Our latest performance was playing support for Terri Lyne Carrington’s Mosaic project, which is now up on my YouTube channel! It’s my first time being a combination of band leader, composer, arranger and drummer all in equal measures. I also whole-heartedly believe in my bandmates’ skill and power as musicians, both individually and collectively. We’re working on a few more performances and hopefully record and releasing music before I move to the States.

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To find out further information about Romarna, you can follow her social media and visit her website as listed below.

Facebook: http://facebook.com/rocampbellmusic/
Tumblr: http://romarnacampbellmusic.tumblr.com
Instagram: http://instagram.com/romarnacampbelldrums
YouTube: http://youtube.com/channel/UCPixA9ET_h-OUDShAGYinYA

Folk Ensemble: Joining the Band on its 20th Anniversary Year

My Experience being a violinist is the UK’s largest folk band

So in September I joined the Folk Ensemble.  At the conservatoire, it’s listed as an elective but it certainly doesn’t feel like an insignificant activity that I do every week. When I joined, I don’t think I really knew what I was letting myself in for. Earlier on in my violin life, I’d learnt a few folk fiddle tunes like “Fairy Dance” and “Drowsy Maggie” also known as “Sleepy Maggie” but I didn’t really know much folk music. I’d seen and heard about the folk ensemble that the band had done many gigs and played on large stages and last year they played at the Royal Albert Hall. I thought I’d just go and see what’s what. That first rehearsal was completely different to any musical experience I’d ever had before. I immediately sensed that I had joined something truly special and unique. I also kew that I’d jumped in at the deep end, seeing as this year is the 20th anniversary year of the band and there were lots of gigs lined up with little time to learn the rep. The first session was high energy, crazy and fun. Learning a completely new different style of music with complex rhythms by ear was tricky. Slowly but surely, from week to week, rehearsal to rehearsal, I went from feeling a bit awkward and self-conscious about my playing wrong notes to just letting loose and simply enjoying music.

Particularly for me, folk ensemble has been a huge part in relieving my performance anxiety. Throughout the last year or so, on and off, I’ve found it very difficult to enjoy playing the violin. Sometimes it’s been a real challenge to find enjoyment in what I’m doing. Folk Ensemble has truly made me remember how much I love music and the power that music possesses. Joe, our leader, encourages us to move, jump, dance and shout when we’re playing instead of standing there awkwardly and it really helps! We had out first gig of the year back in March for Birmingham’s St. Paddy’s Day parade and before the gig I wasn’t sure how I was feeling about playing to a huge number of people. However when it got to it I had no inhibitions whatsoever – all the negative feelings of inadequacy that I normal experience with performing had gone. Being in the folk ensemble has really helped with building my confidence as a musician. It is changing my the way I think about performing into a positive experience. I’m looking forward to the fact that I now have opportunity to play and share our music with large audiences. I also love the fact that with the folk ensemble, I’m reaching different audiences than I would do with classical violin.FE_28688x48829_001_78f63ab92840e1244ca6705da1120c9a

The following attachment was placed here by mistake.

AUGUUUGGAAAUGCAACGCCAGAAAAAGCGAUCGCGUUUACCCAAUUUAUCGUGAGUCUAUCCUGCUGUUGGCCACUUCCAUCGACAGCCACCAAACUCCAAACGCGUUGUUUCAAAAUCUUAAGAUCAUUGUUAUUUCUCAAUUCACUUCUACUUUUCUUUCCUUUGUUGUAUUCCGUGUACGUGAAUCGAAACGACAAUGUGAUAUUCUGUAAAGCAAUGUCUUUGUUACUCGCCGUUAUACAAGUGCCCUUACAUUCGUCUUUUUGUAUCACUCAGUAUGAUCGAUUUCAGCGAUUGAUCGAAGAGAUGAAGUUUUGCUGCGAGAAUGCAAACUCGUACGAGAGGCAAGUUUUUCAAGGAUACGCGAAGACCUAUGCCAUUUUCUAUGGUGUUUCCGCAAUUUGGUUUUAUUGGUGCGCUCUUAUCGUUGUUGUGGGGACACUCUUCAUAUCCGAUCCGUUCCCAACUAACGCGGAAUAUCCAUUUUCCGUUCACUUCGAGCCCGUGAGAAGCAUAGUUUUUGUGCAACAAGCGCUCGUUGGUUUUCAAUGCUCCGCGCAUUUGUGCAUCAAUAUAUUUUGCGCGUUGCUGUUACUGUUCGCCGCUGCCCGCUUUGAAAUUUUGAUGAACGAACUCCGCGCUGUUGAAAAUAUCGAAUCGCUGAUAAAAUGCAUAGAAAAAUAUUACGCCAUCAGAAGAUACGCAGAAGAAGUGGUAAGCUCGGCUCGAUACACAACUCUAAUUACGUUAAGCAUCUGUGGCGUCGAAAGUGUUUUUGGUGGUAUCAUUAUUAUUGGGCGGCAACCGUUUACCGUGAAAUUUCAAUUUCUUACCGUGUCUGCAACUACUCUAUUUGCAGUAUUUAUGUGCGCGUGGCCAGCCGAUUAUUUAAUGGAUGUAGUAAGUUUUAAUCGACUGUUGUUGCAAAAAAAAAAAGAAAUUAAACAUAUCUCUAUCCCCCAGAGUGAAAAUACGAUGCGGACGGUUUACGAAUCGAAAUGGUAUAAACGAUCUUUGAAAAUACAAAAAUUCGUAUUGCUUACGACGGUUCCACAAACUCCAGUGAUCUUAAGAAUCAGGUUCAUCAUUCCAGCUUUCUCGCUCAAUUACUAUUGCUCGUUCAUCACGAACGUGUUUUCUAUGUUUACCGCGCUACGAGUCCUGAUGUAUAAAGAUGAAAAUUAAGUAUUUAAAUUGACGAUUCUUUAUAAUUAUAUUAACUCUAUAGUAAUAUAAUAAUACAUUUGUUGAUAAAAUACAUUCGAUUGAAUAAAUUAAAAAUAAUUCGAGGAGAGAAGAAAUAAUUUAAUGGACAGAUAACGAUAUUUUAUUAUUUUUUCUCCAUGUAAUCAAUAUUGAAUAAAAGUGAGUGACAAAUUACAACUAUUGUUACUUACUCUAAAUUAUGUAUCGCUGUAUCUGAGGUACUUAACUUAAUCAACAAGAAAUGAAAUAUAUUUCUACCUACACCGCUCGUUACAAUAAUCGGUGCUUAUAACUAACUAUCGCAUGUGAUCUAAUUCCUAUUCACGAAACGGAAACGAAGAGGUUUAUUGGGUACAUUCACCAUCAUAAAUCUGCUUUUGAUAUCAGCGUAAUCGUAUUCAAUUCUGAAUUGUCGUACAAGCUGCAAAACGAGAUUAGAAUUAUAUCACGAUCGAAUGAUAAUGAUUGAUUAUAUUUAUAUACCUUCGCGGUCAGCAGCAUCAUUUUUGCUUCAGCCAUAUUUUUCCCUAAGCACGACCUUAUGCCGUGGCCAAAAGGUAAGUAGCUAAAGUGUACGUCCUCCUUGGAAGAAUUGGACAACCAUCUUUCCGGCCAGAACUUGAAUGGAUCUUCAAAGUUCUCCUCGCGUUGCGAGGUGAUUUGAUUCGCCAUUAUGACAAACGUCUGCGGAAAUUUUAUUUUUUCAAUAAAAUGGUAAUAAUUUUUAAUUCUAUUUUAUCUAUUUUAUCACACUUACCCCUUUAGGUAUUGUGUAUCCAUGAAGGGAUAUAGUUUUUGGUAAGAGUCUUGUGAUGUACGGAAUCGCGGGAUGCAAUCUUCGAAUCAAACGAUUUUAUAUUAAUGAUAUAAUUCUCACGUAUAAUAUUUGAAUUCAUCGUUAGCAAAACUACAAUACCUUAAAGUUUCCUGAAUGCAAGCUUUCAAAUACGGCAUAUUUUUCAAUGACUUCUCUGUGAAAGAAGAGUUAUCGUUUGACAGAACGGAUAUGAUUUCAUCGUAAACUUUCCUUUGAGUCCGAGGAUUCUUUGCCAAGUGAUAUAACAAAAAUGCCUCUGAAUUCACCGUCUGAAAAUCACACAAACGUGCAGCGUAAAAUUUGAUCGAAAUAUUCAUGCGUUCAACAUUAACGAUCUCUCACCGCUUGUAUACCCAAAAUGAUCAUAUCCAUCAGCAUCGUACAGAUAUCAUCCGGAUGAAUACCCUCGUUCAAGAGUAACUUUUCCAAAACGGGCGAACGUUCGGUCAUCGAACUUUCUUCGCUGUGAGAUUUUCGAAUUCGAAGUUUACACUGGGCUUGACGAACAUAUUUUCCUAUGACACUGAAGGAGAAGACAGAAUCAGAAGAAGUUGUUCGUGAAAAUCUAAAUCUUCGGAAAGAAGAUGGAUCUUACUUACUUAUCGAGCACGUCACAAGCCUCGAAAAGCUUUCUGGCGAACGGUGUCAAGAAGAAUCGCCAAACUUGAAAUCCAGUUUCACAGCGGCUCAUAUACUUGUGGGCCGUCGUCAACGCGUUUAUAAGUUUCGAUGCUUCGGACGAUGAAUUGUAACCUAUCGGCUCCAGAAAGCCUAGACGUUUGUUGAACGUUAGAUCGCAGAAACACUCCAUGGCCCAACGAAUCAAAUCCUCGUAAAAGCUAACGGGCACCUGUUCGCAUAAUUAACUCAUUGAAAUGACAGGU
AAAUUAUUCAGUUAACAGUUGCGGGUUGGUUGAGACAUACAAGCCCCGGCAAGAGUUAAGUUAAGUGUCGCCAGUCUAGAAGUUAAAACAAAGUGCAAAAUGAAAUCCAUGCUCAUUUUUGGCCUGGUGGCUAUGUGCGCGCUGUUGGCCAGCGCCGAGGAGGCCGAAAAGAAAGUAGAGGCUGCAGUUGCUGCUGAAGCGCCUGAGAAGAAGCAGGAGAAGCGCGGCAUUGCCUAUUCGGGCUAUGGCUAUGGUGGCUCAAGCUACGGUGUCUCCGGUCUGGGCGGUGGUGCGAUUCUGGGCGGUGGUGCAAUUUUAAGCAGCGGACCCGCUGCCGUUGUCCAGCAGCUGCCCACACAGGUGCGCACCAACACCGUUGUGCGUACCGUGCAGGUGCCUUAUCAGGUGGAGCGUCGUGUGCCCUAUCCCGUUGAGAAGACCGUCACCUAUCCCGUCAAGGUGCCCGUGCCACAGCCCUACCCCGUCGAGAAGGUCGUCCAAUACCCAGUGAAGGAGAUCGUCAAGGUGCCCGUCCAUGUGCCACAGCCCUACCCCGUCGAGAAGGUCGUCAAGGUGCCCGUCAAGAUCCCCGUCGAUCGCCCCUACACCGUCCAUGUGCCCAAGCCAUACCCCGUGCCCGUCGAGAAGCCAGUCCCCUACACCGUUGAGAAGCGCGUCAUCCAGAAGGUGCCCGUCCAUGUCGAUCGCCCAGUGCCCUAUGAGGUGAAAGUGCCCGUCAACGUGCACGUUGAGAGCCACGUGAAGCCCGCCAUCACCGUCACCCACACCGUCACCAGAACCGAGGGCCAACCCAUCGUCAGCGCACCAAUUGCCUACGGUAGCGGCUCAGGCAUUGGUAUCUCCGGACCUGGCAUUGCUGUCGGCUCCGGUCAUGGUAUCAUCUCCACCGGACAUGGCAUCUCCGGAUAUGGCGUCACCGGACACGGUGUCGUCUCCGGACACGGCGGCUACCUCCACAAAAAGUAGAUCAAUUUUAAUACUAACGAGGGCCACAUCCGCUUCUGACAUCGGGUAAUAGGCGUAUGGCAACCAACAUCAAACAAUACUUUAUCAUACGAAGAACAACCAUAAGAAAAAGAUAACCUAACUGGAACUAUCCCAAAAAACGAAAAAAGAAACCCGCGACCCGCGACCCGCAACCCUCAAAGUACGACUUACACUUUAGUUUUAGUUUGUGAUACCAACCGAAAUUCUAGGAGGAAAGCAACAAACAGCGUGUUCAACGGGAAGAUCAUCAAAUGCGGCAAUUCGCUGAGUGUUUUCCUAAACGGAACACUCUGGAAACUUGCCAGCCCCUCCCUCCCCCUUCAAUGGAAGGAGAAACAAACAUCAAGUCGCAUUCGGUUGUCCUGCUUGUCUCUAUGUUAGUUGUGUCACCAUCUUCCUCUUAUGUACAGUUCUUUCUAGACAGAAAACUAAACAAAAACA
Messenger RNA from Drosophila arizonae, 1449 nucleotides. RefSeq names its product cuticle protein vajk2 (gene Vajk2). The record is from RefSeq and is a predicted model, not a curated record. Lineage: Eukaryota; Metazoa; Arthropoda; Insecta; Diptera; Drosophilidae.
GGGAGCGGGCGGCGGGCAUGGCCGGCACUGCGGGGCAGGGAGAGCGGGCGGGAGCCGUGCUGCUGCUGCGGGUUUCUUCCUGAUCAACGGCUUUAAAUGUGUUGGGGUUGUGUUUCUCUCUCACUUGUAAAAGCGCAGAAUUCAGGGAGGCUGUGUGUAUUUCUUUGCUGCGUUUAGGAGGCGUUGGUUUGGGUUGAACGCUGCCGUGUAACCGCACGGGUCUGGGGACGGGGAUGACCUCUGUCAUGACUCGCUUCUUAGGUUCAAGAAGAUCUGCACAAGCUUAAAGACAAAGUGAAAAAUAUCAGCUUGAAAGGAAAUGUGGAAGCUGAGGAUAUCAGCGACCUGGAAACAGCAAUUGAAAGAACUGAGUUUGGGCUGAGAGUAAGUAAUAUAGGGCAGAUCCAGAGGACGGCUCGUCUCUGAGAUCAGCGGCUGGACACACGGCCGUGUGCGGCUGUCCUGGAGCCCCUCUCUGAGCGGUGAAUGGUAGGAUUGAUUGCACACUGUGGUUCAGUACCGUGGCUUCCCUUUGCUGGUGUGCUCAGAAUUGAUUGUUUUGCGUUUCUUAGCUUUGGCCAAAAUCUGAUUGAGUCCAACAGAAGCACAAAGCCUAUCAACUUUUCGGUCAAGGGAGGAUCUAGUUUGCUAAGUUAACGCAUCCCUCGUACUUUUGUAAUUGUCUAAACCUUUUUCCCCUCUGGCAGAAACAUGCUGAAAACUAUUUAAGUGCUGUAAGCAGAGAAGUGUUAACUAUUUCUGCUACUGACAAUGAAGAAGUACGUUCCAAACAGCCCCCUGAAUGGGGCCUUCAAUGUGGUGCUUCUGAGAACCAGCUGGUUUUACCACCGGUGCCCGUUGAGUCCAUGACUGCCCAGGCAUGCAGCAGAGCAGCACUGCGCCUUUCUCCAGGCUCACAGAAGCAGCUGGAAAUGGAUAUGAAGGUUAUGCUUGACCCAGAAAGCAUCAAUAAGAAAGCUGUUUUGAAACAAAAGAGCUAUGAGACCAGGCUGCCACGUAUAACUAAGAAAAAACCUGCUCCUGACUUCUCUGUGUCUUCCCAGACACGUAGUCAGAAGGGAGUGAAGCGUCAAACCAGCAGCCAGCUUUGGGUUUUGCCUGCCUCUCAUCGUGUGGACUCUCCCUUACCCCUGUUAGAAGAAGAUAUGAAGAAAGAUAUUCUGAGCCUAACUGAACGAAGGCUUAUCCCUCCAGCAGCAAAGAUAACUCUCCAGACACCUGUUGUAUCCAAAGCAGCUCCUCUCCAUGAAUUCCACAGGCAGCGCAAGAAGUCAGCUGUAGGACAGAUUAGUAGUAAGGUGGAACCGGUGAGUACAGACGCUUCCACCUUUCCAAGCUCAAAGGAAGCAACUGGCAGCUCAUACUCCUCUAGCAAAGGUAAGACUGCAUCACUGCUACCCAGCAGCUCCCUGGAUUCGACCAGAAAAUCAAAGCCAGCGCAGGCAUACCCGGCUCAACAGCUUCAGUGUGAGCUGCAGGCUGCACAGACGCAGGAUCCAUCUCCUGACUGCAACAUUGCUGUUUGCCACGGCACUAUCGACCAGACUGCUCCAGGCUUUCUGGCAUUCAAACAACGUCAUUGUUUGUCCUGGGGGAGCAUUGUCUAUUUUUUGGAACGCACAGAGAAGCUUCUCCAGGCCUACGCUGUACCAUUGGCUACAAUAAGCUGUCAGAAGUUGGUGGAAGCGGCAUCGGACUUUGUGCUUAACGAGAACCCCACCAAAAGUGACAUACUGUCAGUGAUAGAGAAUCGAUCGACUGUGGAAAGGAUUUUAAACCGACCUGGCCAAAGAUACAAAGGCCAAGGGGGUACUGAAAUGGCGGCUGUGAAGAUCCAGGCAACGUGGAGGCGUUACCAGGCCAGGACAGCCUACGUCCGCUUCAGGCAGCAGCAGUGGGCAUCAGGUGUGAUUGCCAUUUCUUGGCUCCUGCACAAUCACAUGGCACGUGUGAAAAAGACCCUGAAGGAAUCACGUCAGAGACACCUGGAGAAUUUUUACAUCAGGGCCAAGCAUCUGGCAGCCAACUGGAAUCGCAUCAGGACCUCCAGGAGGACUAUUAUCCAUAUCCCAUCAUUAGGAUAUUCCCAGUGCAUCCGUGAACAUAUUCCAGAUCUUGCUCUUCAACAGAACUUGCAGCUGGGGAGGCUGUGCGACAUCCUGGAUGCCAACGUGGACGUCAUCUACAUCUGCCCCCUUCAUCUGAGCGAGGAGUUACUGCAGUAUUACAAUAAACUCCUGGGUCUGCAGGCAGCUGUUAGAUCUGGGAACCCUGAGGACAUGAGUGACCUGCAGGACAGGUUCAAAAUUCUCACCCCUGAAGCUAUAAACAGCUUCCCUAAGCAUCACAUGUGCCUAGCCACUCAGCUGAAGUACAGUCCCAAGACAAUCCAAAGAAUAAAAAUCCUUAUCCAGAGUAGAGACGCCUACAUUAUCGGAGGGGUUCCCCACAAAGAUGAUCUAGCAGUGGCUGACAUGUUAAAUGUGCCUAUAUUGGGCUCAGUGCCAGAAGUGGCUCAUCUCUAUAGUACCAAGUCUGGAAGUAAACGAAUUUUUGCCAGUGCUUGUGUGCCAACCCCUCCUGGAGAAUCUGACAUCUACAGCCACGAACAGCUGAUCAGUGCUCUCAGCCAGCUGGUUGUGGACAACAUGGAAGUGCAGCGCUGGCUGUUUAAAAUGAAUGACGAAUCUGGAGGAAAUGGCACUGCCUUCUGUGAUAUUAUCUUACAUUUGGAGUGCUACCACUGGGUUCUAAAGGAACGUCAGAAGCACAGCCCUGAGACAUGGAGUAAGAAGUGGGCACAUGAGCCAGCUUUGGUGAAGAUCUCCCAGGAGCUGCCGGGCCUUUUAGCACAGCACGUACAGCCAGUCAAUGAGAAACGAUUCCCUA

From a musicianship standpoint, my ear has improved tremendously. At first, I was a little bit slow in learning the tunes and retaining them was hard. Many people in the band have been in the band for years and know these tunes inside out so there’s an extra incentive to learn the tunes well. However, just last week I caught a new tune on a first time hearing! It’s a good feeling to know that I’m improving in more ways than one. A few of the sets we play have really fast violin tunes and they can be really quite virtuosic. Playing folk music is truly facilitating and complementing my violin playing in general. Joining the group and learning more about different music styles  gives me a greater scope of what the violin is capable of. Also, folk music is a different sound world to classical music and it’s great as it helps me to explore a wider range of colours and timbres with my classical repertoire.

If you’re interested in experiencing Joe Broughton’s Conservatoire Folk Ensemble and  folk music fused with different genres, I suggest coming to one of our tour gigs with our first one on Friday 12th May at the Town Hall in Birmingham. Click here to buy tickets. Along with it being the 20th anniversary year, we have our latest studio album ‘Painted’ being released on 11th June.

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Follow Joe Broughton’s Conservatoire Folk Ensemble’s social media:

Facebook page

Instagram

Website

Awards for Young Musicians

#givingtalentachance

Awards for Young Musicians is an arts charity which aims to help talented young people to further their musical development. Whether you need help with music lessons, instrument purchase, orchestra fees, course fees or travel, AYM endeavours to help gifted musicians between the ages 5-18 in the UK.